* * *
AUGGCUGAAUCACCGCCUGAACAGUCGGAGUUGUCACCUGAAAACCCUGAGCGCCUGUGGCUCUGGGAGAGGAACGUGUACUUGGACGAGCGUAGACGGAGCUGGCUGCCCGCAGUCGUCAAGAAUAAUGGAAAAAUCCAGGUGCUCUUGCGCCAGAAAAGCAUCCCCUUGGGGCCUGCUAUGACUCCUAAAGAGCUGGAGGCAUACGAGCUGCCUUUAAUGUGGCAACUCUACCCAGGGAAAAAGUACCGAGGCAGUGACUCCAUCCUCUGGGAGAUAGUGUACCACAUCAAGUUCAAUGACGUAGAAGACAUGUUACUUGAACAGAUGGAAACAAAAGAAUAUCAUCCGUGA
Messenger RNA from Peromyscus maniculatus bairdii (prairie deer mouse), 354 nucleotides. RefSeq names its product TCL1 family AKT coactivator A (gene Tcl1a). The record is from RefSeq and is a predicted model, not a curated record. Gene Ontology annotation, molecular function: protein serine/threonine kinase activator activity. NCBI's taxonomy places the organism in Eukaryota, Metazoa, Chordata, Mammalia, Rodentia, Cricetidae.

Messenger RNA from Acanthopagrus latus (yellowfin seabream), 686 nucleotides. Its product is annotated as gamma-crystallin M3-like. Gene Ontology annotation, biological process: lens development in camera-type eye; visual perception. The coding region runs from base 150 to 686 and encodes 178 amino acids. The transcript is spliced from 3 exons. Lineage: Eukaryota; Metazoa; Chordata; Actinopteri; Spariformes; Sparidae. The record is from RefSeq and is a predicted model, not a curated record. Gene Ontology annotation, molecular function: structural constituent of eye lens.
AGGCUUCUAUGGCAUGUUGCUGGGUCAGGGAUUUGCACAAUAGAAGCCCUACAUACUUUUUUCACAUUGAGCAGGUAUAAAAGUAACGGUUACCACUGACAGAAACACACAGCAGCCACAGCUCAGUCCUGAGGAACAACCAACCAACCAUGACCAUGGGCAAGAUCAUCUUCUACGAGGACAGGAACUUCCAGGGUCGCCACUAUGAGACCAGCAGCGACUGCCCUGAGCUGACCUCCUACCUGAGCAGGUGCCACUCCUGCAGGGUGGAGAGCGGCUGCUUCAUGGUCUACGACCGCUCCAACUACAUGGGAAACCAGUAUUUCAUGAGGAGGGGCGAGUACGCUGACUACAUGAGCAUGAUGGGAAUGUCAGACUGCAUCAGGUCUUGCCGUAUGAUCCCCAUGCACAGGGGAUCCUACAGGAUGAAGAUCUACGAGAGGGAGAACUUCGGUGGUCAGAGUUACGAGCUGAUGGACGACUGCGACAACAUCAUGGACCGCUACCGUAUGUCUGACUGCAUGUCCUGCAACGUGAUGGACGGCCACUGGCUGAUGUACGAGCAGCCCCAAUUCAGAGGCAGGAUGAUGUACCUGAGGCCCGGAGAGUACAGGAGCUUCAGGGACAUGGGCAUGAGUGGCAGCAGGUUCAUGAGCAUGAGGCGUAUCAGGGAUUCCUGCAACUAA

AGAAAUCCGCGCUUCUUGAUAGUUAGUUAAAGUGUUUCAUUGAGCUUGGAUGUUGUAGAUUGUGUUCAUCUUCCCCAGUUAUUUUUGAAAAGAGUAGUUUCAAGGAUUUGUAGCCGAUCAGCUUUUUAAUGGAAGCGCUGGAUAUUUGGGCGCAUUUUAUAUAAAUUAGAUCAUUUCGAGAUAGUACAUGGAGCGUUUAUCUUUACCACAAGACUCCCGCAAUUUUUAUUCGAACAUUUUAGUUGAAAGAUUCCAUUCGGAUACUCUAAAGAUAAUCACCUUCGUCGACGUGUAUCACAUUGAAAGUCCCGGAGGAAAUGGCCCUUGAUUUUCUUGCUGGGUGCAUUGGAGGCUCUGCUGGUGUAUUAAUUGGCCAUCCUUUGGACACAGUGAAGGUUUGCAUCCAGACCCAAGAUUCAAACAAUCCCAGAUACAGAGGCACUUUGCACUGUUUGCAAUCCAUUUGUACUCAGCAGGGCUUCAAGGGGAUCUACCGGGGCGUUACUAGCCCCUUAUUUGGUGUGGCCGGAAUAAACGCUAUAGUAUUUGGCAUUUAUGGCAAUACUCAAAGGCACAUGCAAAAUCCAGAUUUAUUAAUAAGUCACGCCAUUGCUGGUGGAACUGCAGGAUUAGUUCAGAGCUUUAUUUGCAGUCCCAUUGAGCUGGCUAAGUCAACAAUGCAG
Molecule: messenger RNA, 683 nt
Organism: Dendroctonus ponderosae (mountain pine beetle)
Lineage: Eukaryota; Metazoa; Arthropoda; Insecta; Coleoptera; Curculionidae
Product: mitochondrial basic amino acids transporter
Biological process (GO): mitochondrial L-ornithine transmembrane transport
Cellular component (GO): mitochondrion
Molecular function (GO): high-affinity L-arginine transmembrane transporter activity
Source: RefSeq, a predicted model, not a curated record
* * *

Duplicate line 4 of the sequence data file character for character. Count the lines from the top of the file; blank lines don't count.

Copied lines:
AGGCUUCUAUGGCAUGUUGCUGGGUCAGGGAUUUGCACAAUAGAAGCCCUACAUACUUUUUUCACAUUGAGCAGGUAUAAAAGUAACGGUUACCACUGACAGAAACACACAGCAGCCACAGCUCAGUCCUGAGGAACAACCAACCAACCAUGACCAUGGGCAAGAUCAUCUUCUACGAGGACAGGAACUUCCAGGGUCGCCACUAUGAGACCAGCAGCGACUGCCCUGAGCUGACCUCCUACCUGAGCAGGUGCCACUCCUGCAGGGUGGAGAGCGGCUGCUUCAUGGUCUACGACCGCUCCAACUACAUGGGAAACCAGUAUUUCAUGAGGAGGGGCGAGUACGCUGACUACAUGAGCAUGAUGGGAAUGUCAGACUGCAUCAGGUCUUGCCGUAUGAUCCCCAUGCACAGGGGAUCCUACAGGAUGAAGAUCUACGAGAGGGAGAACUUCGGUGGUCAGAGUUACGAGCUGAUGGACGACUGCGACAACAUCAUGGACCGCUACCGUAUGUCUGACUGCAUGUCCUGCAACGUGAUGGACGGCCACUGGCUGAUGUACGAGCAGCCCCAAUUCAGAGGCAGGAUGAUGUACCUGAGGCCCGGAGAGUACAGGAGCUUCAGGGACAUGGGCAUGAGUGGCAGCAGGUUCAUGAGCAUGAGGCGUAUCAGGGAUUCCUGCAACUAA